Cab in the Sky: How Potential Passengers Rate the Mobility of the Future

What factors influence the acceptance of air taxis and how do test persons evaluate this autonomous means of transport after a virtual flight? The Chair of Service Management of the KU has looked into this in a study with almost 300 participants. Part of the "GABi" research project, the study conducted by the KU analyzes attitudes towards air cabs in cooperation with the city of Ingolstadt and the brigk digital startup center. More than 90 percent of all participants generally think that air cabs might be useful and that putting them to use would be a good idea. Two thirds of the test subjects agreed that air taxis would suit their personal mobility profile.

Background to this project funded by the Federal Ministry of Transportation is the EU initiative “Urban Air Mobility”, which was implemented in order to explore and to test the potential of regional passenger transport by air cab.  Three years ago, the city of Ingolstadt set out with partners from industry and science, one among whom is the KU, to develop and investigate appropriate concepts. “We are paying special attention to social aspects and to the issue of acceptance of this form of mobility in the population”, Frederica Janotta explains. It was in her capacity as research assistant of the Chair of Service Management that she conducted the empirical study.

Since testing air taxis in the real world is currently still not an option, the study used a virtual reality simulation thereby allowing participants to experience a ride in an air cab from a passenger’s perspective. Such three-dimensional representations enable a realistic vision of new technologies thus allowing scientists to assess acceptance and specific aspects of the user experience. In addition, it is one way to ensure that all participants are having the same flight experience, which makes results more easily comparable. On average, respondents were 30 years old, with the oldest participant being 80 years of age. The random sample had a balanced distribution of men and women.

Before test subjects were allowed to take off, they were once more instructed about Urban Air Mobility and informed that their virtual flight would last ten minutes and cover a distance of 30 kilometers between the city center of Cologne and Bonn's main train station. After “touching down”, participants were asked to complete an online questionnaire, that took into account prior knowledge, attitude toward air cabs, perceived risk, and willingness to pay.

“The overall results show a largely positive attitude toward Urban Air Mobility and related services”, Frederica Janotta reports. According to her, this is particularly surprising considering the early stage of the technology and the current low level of awareness among the population. Since all the results indicate that a better level of awareness and a positive attitude toward air taxis will significantly increase individual willingness to use them, the researchers recommend future service providers to emphasize the specific advantages of air cabs compared to existing modes of transportation. In addition, the researchers would recommend giving potential users the opportunity to familiarize themselves with this new technology and transport method at an early stage - in particular by offering product demonstrations and test flights.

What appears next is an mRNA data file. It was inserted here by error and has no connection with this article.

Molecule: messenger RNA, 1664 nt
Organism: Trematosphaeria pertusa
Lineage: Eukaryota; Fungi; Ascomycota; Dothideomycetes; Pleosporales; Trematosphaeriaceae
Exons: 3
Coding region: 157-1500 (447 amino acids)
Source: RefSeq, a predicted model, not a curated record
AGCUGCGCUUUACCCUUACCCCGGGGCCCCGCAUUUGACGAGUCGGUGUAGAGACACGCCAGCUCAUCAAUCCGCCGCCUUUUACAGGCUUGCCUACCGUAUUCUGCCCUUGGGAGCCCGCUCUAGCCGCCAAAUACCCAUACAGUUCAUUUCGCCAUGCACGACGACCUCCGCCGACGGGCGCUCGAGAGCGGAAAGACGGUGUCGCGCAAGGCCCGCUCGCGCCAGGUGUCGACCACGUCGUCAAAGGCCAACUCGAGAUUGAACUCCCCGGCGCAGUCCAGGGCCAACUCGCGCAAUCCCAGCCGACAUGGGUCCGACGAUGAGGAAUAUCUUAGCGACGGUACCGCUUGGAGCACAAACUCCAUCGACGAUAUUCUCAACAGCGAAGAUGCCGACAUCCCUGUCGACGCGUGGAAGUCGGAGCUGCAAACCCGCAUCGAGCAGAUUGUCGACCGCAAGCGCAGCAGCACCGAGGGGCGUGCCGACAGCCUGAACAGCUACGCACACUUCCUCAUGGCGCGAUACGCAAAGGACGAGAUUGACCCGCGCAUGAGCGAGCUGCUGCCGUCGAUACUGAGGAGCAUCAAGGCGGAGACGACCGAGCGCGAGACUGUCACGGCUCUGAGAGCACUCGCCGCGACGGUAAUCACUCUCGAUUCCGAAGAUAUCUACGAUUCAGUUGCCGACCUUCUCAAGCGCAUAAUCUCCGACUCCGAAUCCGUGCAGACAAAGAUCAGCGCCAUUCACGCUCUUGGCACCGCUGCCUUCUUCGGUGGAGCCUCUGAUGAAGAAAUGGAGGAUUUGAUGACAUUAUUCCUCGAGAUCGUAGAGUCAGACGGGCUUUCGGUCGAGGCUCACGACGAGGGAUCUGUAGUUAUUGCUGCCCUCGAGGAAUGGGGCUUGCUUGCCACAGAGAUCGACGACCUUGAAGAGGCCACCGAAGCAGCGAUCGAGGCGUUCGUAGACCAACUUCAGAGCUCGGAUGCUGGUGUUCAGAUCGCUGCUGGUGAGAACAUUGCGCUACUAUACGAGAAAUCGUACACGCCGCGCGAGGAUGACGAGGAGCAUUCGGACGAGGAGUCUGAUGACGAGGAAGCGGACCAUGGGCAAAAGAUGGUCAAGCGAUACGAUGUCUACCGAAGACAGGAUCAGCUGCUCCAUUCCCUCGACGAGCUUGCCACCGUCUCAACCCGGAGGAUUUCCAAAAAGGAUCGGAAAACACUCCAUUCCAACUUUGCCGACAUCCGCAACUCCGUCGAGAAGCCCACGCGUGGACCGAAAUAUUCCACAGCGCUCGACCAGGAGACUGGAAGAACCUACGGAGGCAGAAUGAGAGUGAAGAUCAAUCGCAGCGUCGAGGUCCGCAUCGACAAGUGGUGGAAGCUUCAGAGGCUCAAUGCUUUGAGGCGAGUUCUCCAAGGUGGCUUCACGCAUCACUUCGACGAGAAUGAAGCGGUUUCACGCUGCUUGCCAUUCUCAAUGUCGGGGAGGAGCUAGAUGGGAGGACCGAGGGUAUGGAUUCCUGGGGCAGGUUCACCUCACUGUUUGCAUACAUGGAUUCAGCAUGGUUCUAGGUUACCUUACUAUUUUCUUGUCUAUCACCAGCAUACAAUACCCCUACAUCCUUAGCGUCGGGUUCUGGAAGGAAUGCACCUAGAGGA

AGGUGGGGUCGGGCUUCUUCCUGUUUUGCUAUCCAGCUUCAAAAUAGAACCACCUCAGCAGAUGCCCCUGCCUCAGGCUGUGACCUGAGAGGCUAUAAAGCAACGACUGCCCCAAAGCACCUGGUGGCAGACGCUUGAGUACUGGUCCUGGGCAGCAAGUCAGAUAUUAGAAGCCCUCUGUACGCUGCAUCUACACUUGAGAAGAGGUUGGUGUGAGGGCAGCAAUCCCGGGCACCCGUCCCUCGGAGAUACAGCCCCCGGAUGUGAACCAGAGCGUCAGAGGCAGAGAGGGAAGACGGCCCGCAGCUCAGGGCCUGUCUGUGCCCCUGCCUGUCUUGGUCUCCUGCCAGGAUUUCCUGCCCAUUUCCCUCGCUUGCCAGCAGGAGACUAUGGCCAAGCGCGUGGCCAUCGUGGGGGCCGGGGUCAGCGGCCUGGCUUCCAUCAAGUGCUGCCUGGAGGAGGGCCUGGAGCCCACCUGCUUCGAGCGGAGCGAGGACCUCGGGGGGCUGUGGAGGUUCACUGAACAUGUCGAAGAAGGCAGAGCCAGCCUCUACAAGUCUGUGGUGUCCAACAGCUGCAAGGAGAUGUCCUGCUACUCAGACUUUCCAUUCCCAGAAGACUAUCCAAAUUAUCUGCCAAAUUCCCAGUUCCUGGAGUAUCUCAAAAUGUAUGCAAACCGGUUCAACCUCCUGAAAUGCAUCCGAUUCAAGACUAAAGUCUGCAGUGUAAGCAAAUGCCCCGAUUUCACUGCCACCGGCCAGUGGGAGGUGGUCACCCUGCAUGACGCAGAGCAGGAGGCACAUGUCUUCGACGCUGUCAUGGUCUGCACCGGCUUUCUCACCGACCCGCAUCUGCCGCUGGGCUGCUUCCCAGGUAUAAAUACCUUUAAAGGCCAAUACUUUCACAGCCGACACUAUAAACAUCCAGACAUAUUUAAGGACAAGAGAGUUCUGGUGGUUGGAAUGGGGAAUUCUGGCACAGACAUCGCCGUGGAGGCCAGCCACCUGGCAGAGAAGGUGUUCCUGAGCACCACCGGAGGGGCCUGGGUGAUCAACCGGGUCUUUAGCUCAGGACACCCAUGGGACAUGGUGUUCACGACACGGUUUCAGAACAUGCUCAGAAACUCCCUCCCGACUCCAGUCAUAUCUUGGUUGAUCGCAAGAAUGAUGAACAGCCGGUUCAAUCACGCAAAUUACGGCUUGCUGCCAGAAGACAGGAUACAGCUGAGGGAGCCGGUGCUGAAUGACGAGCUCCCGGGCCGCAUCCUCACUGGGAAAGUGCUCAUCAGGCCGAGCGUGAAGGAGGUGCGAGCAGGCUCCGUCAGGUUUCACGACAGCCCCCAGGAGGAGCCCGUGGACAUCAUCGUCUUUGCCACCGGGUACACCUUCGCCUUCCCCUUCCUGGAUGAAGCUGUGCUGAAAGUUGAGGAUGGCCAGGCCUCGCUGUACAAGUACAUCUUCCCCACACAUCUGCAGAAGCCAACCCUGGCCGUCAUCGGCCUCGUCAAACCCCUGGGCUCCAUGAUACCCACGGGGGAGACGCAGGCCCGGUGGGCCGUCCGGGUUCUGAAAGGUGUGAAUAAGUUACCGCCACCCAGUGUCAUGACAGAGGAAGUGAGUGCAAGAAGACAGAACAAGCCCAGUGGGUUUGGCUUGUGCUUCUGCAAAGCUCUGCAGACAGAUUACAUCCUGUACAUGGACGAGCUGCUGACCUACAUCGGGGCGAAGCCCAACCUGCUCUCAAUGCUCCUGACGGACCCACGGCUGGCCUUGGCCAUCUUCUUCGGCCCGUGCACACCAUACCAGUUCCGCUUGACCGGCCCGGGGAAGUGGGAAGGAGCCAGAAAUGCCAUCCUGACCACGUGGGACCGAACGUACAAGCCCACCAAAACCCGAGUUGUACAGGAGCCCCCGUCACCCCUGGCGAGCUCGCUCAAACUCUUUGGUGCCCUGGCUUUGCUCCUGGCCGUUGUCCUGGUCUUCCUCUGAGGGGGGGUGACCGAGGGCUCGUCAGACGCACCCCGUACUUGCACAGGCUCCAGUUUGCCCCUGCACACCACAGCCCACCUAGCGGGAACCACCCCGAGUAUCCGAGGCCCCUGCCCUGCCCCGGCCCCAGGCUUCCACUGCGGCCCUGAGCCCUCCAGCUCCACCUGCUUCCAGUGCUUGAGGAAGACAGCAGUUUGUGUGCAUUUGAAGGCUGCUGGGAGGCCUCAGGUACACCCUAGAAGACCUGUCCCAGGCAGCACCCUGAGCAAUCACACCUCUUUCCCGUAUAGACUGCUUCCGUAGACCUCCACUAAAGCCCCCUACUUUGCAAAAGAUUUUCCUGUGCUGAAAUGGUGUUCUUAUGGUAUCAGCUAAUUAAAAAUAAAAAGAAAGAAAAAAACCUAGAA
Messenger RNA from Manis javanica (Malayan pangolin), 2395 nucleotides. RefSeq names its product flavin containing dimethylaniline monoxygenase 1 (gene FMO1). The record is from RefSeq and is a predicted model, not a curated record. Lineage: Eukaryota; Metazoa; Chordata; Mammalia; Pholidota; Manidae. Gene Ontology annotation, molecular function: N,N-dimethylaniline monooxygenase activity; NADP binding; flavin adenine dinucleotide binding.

The majority of participants were confident about putting their trust in the autonomous system. This is also reflected in the fact that two-thirds of the respondents are quite resolved to use air cabs should they become available in the future.  As take-off and landing sites in the urban environment they would prefer train stations, airports and park and ride lots. On average, the study participants were willing to pay around 50 euros for the flight they experienced. They described this form of transportation as an efficient way to travel and particularly enjoyed the view. The fact that air cabs are designed as autonomous systems without a human pilot, about a quarter of respondents thought would "take some getting used to." Many of the test subjects would prefer a safety briefing before takeoff, an emergency button, and more information on flight status. "Such comments indicate that trust in automation is one of the biggest challenges for the widespread introduction of such services," sums up Prof. Dr. Jens Hogreve, tenured professor of the Chair of Service Management.

As far as the supposed noise pollution caused by air cabs was concerned, participants were of two opinions: 43 percent expected an increase in noise pollution, whereas just under 45 percent did not anticipate any negative effects. The result concerning a possible increase in air pollution due to air taxis was similarly balanced.

For detailed results of the study please see the homepage of the Chair of Service Management